Review: What the Heart Remembers by Bette Lee Crosby

Disclaimer: I received a digital copy of this novel for review from the author. All opinions are fully my own, as usual.


Cover image from Amazon

Hello, world! Today I bring you a review of something a little different. I didn’t participate in the Read Harder challenge that Book Riot ran this year, I did decide that I would start it in 2016. One challenge that I saw was to read a romance novel, and here came Ms. Crosby with a selection for me.

*And of course, I have to mention the beautiful cover!*

Official Plot Synopsis

Max Martinelli spent her junior year of college in Paris, and fell in love. Julien was a wickedly handsome young man who was crazy in love with her, or so she thought. He was a free-spirited artist and she an aspiring architect—impressionable, young, and standing on the brink of womanhood.

That was over three years ago but the memory of him still haunts her. Max’s life is stuck on hold because she can’t stop wondering what would have happened if she had gone back. Was Julien simply part of the magic of Paris? Or was he meant to be her destiny?

After a New Year’s Eve party that ends in disaster and bad dreams, Max decides to find out once and for all. She is going to return to Paris and search for Julien. But will her search bring forever after happiness or a truth so ugly it will change her life forever?

Even though What the Heart Remembers is Book Three in the Memory House Series it is a stand-alone novel and you need not have read the other books to enjoy it.

My Thoughts

What first drew me to the novel was the mention of France. I’ve had a long obsession with all things France, from the language to the cultures of the francophone world. So to hear I was about to read a book that took place in France was all I needed to begin reading.

My issue here though was the use of French in the book. You see, our main character is an American visiting France, so the novel is in English, but street names and shops are in French. The places mentioned in the novel, or at least the ones that I have searched, are all real, which floored me. However, this mixing of English and French got a bit redundant at times.

I’ll give you an example of what I mean. Several times in the novel, “Magasin Sennelier” is mentioned. It’s important to the plot. But the problem is the sentence phrasing. It’ll say the “Magasin Sennelier Shop.” This drove me NUTS reading since I understand what this means. Essentially, what I am reading is “The Sennelier Shop Shop” because magasin means shop. Over and over, I heard about this “shop shop” or that “shop shop.”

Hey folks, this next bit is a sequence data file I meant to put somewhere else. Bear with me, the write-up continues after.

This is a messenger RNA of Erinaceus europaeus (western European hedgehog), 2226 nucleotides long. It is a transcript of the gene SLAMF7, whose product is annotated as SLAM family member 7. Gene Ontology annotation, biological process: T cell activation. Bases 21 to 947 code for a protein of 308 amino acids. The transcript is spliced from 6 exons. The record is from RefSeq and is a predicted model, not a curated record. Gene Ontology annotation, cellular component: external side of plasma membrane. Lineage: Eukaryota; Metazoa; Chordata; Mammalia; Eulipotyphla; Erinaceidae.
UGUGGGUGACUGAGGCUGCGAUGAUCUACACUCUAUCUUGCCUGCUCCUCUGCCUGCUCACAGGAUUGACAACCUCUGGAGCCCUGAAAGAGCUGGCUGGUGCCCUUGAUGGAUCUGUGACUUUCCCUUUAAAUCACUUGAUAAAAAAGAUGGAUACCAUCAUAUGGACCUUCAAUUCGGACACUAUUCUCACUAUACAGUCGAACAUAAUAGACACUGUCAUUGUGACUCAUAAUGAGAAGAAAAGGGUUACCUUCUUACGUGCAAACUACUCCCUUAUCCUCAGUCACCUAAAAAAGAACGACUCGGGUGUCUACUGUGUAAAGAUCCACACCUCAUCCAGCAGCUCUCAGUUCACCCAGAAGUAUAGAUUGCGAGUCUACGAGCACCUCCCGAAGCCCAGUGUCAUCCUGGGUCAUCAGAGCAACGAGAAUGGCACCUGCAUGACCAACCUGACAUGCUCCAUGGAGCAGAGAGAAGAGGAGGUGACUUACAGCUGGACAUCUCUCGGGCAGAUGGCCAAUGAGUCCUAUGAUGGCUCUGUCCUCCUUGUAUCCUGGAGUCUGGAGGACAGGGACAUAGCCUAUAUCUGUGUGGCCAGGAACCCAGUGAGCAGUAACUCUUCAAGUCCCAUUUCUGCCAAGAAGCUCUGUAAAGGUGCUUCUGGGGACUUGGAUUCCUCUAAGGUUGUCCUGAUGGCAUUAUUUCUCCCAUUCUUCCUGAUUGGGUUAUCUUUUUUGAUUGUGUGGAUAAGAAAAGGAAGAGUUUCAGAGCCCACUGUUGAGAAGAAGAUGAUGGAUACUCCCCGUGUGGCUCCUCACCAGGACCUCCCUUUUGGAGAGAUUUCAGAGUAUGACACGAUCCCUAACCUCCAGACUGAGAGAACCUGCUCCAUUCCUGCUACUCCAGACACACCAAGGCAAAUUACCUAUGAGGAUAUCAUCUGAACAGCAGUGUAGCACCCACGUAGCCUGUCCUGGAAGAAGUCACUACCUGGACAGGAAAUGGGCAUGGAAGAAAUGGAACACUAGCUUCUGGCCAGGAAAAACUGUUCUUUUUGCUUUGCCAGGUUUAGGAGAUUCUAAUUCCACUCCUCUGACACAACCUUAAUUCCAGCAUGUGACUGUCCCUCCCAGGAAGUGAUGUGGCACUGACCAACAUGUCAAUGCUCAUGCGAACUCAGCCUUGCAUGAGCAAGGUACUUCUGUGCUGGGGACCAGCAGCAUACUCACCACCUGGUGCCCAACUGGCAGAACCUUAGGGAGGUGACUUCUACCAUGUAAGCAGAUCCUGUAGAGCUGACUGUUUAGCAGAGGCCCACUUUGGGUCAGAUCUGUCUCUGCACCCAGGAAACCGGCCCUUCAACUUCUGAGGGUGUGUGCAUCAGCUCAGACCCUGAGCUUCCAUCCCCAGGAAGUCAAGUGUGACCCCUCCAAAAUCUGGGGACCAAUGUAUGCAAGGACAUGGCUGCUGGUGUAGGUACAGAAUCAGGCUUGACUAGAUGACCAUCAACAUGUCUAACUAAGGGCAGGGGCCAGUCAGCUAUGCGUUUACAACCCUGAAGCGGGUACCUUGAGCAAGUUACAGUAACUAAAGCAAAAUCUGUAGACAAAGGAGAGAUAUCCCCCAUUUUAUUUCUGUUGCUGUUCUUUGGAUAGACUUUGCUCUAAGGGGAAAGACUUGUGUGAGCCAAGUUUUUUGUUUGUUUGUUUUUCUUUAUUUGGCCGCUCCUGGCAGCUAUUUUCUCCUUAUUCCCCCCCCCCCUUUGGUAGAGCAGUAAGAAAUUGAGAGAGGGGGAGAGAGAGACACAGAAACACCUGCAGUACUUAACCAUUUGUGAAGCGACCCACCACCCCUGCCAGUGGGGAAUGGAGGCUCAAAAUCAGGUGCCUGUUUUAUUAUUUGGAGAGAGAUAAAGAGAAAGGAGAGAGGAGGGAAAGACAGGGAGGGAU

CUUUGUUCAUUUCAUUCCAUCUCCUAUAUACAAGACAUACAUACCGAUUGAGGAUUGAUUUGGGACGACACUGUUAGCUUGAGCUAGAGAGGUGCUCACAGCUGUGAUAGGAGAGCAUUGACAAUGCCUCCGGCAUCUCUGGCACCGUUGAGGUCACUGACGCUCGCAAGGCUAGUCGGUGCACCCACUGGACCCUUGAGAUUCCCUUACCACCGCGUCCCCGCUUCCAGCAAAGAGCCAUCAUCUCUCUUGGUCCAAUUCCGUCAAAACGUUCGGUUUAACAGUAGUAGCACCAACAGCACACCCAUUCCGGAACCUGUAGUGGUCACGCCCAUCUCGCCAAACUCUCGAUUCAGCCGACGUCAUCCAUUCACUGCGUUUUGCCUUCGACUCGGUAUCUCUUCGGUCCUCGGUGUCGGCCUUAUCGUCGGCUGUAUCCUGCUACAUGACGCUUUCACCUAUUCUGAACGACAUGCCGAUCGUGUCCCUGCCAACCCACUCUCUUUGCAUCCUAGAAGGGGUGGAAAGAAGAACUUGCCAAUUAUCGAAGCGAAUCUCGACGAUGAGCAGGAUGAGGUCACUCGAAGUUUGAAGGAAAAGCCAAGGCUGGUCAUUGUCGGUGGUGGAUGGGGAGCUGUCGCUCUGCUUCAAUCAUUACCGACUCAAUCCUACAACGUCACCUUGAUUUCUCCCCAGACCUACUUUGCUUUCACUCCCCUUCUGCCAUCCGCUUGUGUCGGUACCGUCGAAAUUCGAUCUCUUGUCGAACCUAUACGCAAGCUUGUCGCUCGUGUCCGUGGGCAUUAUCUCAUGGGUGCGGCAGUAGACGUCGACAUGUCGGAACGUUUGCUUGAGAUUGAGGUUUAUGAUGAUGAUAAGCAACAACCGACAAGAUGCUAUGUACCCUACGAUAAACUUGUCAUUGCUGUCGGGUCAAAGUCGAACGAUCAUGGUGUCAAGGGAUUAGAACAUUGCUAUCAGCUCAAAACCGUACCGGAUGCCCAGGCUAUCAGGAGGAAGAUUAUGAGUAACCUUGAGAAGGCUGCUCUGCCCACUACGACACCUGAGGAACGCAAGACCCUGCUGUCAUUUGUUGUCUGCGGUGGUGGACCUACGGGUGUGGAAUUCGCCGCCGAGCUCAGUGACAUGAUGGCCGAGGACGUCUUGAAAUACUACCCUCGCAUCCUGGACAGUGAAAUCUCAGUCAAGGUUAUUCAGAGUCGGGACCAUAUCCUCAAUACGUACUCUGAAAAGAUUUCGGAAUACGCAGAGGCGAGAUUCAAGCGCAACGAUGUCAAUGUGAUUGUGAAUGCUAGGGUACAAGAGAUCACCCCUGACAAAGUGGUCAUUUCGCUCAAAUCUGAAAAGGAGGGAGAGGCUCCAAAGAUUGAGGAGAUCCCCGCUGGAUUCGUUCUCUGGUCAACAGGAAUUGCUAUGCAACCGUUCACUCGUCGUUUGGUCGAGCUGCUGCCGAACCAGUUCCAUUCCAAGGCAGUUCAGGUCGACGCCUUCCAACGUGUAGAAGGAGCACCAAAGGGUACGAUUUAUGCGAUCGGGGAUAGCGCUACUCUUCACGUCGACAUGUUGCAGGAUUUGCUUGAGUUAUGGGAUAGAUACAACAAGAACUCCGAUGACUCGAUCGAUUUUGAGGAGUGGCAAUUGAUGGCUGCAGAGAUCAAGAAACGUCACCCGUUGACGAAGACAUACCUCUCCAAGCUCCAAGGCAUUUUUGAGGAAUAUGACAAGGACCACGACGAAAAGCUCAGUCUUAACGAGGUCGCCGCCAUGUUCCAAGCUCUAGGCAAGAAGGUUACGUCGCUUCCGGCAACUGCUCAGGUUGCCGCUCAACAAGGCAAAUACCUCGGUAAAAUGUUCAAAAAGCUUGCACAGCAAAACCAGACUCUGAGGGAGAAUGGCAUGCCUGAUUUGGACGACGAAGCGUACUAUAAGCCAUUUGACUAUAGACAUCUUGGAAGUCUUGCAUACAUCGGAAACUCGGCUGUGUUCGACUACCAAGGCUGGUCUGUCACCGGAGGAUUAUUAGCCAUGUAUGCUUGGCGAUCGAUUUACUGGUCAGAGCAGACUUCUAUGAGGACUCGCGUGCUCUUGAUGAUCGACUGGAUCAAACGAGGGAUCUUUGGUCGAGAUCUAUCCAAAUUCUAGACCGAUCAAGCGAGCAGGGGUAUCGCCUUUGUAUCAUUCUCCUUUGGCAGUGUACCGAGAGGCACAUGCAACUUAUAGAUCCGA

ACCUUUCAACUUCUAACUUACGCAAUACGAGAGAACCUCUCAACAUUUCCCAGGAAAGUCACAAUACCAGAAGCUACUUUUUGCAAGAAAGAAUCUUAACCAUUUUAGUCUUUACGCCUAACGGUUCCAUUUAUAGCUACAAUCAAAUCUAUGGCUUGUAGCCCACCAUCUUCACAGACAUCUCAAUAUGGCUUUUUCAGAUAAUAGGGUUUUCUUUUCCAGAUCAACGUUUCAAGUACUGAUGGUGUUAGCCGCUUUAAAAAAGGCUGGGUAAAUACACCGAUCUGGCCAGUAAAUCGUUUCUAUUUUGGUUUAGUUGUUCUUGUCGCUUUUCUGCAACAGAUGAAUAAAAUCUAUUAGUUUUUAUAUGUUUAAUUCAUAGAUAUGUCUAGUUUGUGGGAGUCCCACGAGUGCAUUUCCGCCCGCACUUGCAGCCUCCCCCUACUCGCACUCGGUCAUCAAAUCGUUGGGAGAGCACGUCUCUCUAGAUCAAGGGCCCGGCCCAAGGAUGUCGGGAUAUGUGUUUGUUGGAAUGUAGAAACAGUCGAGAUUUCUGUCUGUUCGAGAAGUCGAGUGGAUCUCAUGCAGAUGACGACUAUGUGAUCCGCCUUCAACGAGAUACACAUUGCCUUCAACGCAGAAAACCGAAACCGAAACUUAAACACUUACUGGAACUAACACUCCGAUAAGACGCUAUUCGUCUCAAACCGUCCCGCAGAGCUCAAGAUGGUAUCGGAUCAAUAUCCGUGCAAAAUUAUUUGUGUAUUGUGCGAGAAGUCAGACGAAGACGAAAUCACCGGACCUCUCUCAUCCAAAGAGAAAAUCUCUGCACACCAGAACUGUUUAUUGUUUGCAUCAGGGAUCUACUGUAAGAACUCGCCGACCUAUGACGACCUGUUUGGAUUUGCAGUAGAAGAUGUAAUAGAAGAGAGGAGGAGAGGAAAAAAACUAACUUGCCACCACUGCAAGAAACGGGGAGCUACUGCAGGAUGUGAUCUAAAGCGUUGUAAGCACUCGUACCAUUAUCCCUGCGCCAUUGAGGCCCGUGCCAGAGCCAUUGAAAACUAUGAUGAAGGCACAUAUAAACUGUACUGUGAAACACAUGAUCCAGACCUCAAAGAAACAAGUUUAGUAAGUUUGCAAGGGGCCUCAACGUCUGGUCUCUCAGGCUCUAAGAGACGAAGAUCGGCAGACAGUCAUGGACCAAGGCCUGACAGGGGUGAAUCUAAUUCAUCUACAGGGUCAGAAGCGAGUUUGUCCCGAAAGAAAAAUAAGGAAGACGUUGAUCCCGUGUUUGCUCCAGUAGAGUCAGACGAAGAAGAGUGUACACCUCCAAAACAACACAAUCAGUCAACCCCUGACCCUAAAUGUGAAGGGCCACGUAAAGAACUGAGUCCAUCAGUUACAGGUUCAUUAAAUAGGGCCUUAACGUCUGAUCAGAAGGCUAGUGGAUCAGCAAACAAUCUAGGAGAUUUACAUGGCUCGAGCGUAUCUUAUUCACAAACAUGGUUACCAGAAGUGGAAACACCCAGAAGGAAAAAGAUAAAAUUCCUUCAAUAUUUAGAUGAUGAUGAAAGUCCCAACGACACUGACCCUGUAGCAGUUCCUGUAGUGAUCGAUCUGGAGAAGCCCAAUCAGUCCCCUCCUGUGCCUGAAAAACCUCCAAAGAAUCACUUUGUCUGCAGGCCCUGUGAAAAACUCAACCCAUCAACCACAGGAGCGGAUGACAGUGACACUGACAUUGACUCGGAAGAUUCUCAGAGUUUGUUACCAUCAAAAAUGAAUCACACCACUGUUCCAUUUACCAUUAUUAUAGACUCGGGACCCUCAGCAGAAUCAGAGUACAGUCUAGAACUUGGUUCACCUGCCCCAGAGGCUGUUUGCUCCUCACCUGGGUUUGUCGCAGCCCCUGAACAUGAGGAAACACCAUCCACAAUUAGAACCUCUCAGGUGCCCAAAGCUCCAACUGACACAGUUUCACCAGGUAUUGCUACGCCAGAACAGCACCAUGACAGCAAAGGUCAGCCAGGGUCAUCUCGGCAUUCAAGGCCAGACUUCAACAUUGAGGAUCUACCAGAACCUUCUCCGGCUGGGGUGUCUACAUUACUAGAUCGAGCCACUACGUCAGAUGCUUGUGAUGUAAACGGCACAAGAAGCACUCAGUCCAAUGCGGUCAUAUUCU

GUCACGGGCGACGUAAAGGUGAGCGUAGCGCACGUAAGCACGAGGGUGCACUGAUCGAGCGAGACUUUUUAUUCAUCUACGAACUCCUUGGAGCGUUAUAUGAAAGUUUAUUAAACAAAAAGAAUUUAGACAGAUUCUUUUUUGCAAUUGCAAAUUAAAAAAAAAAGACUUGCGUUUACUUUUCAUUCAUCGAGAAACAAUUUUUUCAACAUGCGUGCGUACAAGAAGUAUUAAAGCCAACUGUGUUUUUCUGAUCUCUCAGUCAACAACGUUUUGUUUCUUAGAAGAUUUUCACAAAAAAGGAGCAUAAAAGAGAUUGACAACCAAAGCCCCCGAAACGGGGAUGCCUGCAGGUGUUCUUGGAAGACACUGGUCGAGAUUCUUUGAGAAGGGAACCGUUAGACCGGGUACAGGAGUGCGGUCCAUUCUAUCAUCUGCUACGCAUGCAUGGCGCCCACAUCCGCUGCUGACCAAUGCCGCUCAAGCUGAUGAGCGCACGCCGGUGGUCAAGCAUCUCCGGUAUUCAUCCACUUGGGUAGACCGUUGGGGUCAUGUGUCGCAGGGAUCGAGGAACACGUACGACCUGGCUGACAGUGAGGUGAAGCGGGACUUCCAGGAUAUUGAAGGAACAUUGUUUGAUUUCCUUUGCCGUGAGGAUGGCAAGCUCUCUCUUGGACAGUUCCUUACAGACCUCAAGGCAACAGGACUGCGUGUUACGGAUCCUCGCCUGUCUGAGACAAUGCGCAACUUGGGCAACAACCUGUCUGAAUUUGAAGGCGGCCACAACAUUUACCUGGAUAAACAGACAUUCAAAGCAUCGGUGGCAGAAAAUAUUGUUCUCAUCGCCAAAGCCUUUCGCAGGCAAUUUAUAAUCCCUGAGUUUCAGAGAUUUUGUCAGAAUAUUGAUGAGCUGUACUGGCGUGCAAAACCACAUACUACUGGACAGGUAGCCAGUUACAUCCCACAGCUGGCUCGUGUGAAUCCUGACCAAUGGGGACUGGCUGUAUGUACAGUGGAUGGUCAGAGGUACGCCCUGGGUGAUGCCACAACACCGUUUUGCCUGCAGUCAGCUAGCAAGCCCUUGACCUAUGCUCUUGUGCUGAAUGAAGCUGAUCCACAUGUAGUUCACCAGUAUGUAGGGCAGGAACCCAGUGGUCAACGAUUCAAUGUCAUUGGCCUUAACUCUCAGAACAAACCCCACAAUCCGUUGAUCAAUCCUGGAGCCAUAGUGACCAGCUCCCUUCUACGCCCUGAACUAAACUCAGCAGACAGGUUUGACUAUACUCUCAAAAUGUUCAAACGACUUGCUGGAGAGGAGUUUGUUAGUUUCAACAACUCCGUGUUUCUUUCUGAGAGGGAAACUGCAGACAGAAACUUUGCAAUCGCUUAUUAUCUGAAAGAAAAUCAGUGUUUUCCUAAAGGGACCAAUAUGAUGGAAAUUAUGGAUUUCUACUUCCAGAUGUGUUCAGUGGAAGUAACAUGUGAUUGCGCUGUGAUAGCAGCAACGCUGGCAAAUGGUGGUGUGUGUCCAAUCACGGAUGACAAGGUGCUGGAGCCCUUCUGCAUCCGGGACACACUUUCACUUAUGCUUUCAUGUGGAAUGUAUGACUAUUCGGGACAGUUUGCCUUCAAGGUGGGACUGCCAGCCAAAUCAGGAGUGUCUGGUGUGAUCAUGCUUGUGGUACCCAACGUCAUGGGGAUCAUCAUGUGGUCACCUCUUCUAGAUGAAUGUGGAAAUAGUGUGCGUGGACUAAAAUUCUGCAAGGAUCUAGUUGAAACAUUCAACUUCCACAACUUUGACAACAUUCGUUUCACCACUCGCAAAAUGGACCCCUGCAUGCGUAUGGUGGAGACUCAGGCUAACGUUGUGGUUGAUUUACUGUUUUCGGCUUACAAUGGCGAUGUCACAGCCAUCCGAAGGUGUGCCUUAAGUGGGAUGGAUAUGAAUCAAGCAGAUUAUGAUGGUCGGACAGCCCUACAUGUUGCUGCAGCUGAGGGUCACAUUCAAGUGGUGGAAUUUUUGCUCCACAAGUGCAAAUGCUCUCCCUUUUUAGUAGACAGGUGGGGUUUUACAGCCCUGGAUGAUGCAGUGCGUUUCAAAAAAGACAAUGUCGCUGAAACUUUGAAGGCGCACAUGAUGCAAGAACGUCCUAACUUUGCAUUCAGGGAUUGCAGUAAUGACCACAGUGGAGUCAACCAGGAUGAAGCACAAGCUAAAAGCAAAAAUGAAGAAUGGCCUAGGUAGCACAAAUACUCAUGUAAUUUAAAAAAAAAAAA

However, I don’t want to be overly harsh on Ms. Crosby. Maybe she does know French, or some French, and was instead trying to aid her English-speaking readers. If you don’t know French, you would have no idea “Magasin Sennelier” was a shop unless she said shop. (Or, if you had been there. Again, it’s real!) So, I appreciate how she tried to engage her full audience. It’s also fine if she doesn’t know French, but I guess I would’ve wished she at least looked up the words she was using.

Still though, this is a complaint just for grammar-sticklers like me. Ms. Crosby is an excellent storyteller who manages to whisk even the skeptical reader away into her world. There’s just something about the diction of her prose. It’s not ornate or all that descriptive like some other novels I’ve read, but the style of the words somehow captures all that you need. I admire that a lot.

As I’ve mentioned, I’m not a pure romance fan. I don’t mind a romance plot within a novel, but I don’t usually turn to books that are just romance. Probably due to the setting of the book and the multitude of characters, this plot did eventually manage to grab me. It wasn’t just a straightforward one guy, one girl story. There were other characters, other situations, and even a touch of mystery that kept me compelled to keep reading.

Overall, if you’re a fan of the romance genre looking to get away for a day or two to a romantic (and mysterious) vacation in Paris, What the Heart Remembers is the book for you, at just $4.99 for Kindle. And if you like this one, you can also grab the previous two novels (again, they can be read on their own) and experience even more of her stories!

Personally, I’d give this one 3.5 stars. I don’t think I’ll continue with the series on my own, but I truly enjoyed experiencing my first romance novel from not just any author, but from one of the masters of the genre.